confusing and annoying at the same time.

AMSAT strives to minimize confusion when distributing TLEs. Dummy
object numbers are used for pre-launch TLEs since final object
numbers cannot be assigned yet. Immediately post launch we may
post candidate objects with generic names like “OBJECT Câ€.
Finally, when positive association between an object number
and a spacecraft is made, we will use the common name of the
satellite. We always recommend using TLEs from the Keps mail-
ing list or the current bulletin or bare elements from the
AMSAT web site.

Join the AMSAT Keps Mailing list:

AMSAT Current Keps bulletin:

AMSAT current bare elements:

[ANS thanks AMSAT Orbital Elements Manager, Ray Hoad, WA5QGD
 for the above information]


JAMSAT Symposium 2018 at Miraikan in Tokyo March 10 - 11

JAMSAT President Mikio Mouri, JA3GEP announced that the JAMSAT Annual
General Meeting and Symposium will be held in Tokyo March 10- 11.
(Note: all times are noted in Japan Standard Time JST)

Annual General Meeting: March 10 (Sat) 11:00~12:30
Symposium 2018 Day 1:Â Â March 10 (Sat) 13:25~18:00
              Day 2:  March 11 (Sun) 9:30~13:00
             Dinner:  March 10 (Sat) 18:00

Miraikan - The National Museum of Emerging Science and Innovation
2-3-6 Aomi, Koto-ku, Tokyo, Japan / Tel: +81-3-3570-9151 (main)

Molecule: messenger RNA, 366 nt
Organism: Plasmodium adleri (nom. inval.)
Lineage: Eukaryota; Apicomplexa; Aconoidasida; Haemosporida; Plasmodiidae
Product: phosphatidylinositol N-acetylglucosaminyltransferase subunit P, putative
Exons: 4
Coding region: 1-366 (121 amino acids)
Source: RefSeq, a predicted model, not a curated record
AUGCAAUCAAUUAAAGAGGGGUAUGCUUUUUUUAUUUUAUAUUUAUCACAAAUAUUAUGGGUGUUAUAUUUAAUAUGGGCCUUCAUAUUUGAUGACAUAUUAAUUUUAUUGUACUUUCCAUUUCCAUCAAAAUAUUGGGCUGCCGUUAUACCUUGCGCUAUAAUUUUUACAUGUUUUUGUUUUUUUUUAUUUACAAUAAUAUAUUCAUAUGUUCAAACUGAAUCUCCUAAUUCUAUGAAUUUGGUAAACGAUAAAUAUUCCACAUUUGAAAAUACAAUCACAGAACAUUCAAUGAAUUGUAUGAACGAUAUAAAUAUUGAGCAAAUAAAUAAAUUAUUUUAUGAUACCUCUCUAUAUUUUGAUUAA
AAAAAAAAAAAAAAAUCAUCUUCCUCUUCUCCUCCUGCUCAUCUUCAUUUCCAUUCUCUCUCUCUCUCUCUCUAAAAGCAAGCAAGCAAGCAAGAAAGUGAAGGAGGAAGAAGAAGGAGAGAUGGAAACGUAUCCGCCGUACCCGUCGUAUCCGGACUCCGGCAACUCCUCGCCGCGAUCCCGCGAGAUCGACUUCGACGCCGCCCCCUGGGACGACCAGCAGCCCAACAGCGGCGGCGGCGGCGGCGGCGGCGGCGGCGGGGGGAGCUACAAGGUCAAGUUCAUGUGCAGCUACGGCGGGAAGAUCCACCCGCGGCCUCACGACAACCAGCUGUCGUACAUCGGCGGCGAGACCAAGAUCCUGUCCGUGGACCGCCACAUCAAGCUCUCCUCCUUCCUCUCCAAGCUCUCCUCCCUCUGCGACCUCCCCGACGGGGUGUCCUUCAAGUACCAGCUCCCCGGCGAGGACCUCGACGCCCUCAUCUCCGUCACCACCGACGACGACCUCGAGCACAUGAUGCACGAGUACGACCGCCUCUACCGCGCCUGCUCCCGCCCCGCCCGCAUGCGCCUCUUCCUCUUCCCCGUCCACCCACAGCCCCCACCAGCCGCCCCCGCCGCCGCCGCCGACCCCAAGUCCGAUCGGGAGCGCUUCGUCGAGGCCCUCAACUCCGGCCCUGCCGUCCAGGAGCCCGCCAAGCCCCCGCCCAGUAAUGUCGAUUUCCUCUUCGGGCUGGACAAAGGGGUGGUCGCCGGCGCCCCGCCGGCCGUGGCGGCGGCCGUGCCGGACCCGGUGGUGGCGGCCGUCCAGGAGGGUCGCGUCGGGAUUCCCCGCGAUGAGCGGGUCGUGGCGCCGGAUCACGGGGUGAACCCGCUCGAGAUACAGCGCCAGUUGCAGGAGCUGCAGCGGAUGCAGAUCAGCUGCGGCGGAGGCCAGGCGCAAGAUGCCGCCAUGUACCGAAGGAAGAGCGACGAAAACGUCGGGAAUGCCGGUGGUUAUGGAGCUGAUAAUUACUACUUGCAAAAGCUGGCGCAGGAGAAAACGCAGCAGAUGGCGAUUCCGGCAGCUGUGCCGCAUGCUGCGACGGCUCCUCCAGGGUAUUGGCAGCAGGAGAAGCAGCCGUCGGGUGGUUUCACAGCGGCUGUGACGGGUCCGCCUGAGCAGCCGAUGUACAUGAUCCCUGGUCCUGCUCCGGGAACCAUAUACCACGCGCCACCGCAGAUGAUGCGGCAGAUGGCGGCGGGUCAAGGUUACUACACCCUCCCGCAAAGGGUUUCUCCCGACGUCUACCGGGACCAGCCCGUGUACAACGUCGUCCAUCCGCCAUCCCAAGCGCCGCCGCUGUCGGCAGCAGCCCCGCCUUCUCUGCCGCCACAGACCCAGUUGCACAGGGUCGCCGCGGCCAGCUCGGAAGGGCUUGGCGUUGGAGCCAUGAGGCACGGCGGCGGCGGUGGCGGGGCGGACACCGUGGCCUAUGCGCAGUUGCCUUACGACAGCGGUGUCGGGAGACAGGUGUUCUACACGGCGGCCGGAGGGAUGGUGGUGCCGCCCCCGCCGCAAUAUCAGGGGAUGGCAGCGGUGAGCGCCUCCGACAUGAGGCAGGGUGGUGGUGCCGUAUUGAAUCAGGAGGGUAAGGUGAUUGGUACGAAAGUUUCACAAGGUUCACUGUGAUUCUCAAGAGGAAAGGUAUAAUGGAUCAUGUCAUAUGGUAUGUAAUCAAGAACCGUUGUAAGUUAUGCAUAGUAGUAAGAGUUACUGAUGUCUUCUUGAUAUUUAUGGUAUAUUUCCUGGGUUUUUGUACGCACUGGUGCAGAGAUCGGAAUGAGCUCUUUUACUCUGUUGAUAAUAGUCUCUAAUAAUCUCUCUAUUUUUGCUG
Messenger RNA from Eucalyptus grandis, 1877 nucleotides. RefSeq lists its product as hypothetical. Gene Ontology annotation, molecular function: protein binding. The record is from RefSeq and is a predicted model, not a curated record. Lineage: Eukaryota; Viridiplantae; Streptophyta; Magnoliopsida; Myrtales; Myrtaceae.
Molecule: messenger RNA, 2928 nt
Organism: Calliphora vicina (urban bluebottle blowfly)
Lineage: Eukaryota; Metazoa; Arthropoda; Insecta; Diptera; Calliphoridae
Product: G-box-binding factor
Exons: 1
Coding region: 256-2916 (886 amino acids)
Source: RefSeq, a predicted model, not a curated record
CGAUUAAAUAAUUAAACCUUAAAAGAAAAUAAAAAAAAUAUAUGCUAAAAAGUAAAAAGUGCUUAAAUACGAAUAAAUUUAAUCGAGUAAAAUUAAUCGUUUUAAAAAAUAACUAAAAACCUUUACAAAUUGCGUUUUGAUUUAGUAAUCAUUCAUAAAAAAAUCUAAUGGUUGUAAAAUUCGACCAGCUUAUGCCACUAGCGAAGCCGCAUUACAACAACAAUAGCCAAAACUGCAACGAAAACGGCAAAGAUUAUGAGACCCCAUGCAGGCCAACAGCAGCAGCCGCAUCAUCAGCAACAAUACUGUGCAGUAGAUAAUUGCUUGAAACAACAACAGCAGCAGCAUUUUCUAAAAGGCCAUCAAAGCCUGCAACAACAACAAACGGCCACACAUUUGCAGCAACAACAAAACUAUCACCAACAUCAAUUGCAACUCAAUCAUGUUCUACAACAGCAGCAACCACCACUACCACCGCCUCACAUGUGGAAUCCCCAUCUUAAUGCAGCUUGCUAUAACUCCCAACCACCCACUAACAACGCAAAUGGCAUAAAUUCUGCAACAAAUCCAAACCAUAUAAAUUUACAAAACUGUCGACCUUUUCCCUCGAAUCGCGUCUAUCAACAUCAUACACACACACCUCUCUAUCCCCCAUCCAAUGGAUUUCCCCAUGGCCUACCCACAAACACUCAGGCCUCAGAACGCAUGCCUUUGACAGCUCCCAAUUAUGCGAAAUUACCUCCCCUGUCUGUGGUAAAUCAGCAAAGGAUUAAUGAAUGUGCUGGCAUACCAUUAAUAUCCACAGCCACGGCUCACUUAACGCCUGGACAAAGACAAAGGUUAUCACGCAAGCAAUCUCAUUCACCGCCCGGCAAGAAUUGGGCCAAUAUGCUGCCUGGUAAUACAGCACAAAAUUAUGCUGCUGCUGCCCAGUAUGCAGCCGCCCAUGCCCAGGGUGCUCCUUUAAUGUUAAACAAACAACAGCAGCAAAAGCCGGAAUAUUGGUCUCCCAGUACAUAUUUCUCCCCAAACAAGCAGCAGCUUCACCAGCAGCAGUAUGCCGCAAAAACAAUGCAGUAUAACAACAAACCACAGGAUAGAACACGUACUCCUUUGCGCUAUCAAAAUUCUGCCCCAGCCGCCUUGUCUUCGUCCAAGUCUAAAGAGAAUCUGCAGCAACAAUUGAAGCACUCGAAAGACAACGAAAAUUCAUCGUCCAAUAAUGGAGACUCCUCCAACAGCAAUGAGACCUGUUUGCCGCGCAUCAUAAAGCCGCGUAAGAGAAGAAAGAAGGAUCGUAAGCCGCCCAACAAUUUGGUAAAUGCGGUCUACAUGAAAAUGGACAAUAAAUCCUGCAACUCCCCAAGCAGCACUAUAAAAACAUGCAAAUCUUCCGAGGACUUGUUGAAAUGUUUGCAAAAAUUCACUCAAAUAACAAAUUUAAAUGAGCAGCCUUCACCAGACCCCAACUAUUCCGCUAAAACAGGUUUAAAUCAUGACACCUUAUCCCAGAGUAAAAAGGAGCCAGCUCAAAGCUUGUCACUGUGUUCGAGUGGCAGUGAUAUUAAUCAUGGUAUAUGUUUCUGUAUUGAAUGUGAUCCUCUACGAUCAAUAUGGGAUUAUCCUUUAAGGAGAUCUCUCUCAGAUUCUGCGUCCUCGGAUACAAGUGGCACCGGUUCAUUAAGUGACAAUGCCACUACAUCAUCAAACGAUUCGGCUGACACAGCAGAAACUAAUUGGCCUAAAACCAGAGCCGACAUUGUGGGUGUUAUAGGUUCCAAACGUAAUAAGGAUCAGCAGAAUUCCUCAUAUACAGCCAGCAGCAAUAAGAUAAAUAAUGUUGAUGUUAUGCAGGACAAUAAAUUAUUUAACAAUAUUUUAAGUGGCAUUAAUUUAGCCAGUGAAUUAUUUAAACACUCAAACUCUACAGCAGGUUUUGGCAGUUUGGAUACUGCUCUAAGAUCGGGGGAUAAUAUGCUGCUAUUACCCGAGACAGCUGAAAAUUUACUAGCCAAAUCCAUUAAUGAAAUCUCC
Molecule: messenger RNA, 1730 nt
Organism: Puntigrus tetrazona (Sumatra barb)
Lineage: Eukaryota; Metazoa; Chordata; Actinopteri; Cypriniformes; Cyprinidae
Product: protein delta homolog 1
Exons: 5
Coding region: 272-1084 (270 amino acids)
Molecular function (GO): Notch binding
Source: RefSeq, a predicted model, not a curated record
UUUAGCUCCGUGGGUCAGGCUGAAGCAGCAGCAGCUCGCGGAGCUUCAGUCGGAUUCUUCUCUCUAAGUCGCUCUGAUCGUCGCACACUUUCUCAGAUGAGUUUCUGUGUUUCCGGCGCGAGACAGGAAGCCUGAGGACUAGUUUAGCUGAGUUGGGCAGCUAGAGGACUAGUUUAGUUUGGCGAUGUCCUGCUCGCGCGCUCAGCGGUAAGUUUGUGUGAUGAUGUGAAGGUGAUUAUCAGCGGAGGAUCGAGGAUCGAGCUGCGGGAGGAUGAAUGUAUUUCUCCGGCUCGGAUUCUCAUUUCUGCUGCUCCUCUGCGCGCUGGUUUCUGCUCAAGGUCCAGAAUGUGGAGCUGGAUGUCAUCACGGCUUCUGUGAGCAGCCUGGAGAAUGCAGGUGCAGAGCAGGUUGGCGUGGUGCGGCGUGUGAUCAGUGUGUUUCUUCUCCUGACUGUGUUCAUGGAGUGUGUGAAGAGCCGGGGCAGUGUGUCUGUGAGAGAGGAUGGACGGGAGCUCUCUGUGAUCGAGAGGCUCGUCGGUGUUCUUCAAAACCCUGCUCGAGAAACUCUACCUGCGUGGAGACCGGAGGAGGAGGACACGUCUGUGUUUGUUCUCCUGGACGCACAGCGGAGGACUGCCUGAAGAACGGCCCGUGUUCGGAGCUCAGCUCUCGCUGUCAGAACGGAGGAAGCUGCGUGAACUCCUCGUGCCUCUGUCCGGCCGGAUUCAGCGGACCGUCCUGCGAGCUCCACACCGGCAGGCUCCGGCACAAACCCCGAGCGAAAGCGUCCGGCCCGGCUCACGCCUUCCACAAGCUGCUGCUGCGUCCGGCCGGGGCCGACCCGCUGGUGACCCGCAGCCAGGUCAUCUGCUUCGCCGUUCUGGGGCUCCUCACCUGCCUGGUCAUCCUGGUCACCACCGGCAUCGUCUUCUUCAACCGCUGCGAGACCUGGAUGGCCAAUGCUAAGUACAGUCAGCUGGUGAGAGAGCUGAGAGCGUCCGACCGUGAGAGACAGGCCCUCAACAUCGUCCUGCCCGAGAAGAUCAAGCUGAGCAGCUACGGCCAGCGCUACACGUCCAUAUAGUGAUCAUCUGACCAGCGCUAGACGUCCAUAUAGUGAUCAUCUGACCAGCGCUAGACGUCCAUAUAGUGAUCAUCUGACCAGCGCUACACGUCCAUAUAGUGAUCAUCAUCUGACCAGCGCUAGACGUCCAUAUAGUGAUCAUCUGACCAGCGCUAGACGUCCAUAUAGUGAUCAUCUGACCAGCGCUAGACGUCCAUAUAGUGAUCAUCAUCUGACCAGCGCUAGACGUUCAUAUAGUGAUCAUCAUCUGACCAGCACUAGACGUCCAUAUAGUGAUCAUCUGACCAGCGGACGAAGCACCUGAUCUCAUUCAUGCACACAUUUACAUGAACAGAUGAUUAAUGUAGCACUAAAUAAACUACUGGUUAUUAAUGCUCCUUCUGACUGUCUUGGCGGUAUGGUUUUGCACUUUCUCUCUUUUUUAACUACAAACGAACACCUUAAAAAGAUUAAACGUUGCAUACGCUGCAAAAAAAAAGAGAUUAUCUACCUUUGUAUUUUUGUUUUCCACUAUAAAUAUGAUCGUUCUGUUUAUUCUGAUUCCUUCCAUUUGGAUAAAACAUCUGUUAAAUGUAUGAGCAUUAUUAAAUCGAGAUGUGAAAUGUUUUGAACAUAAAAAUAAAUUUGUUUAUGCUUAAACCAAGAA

Contact JA3GEP - ja3gep at jamsat dot or dot jp to register

Check JAMSAT's web page for the latest information:

March 10 Saturday
Time (JST)
13:25 - 13:30 Greetings Mikio Mouri, JA3GEP
13:30 - 14:10 Receiving Satellite Signals in Amateur Radio Bands Naomi
             Kurahara, JE6EXN
14:10 - 15:10 NEXUS Progress(1) Kiyoshi Yamaguchi Nihon University
             MEXUS Progress(2) Hozumi Ueda, JA0FKM
15:10 - 15:20 Coffee Break
15:20 - 16:00 Receiving Signal from OMOTENSHI Moon Probe Wataru Torii
             JAXA Radio Amateur Club
16:00 ~ 16:40 Introduction to Ryman Sat Project Takafumi Shimamura
16:40 - 17:10 Es'hail-2 (P4-A) and other news from AMSAT-DL (Skype)
             Peter Guelzow, DB2OS
17:10 - 18:00 Group Photo
18:00 - 20:00 Dinner at the Canteen Restaurant

March 11 Sunday
09:30 - 10:20 AMSAT-NA's FOX-1 and GOLF Program (Skype)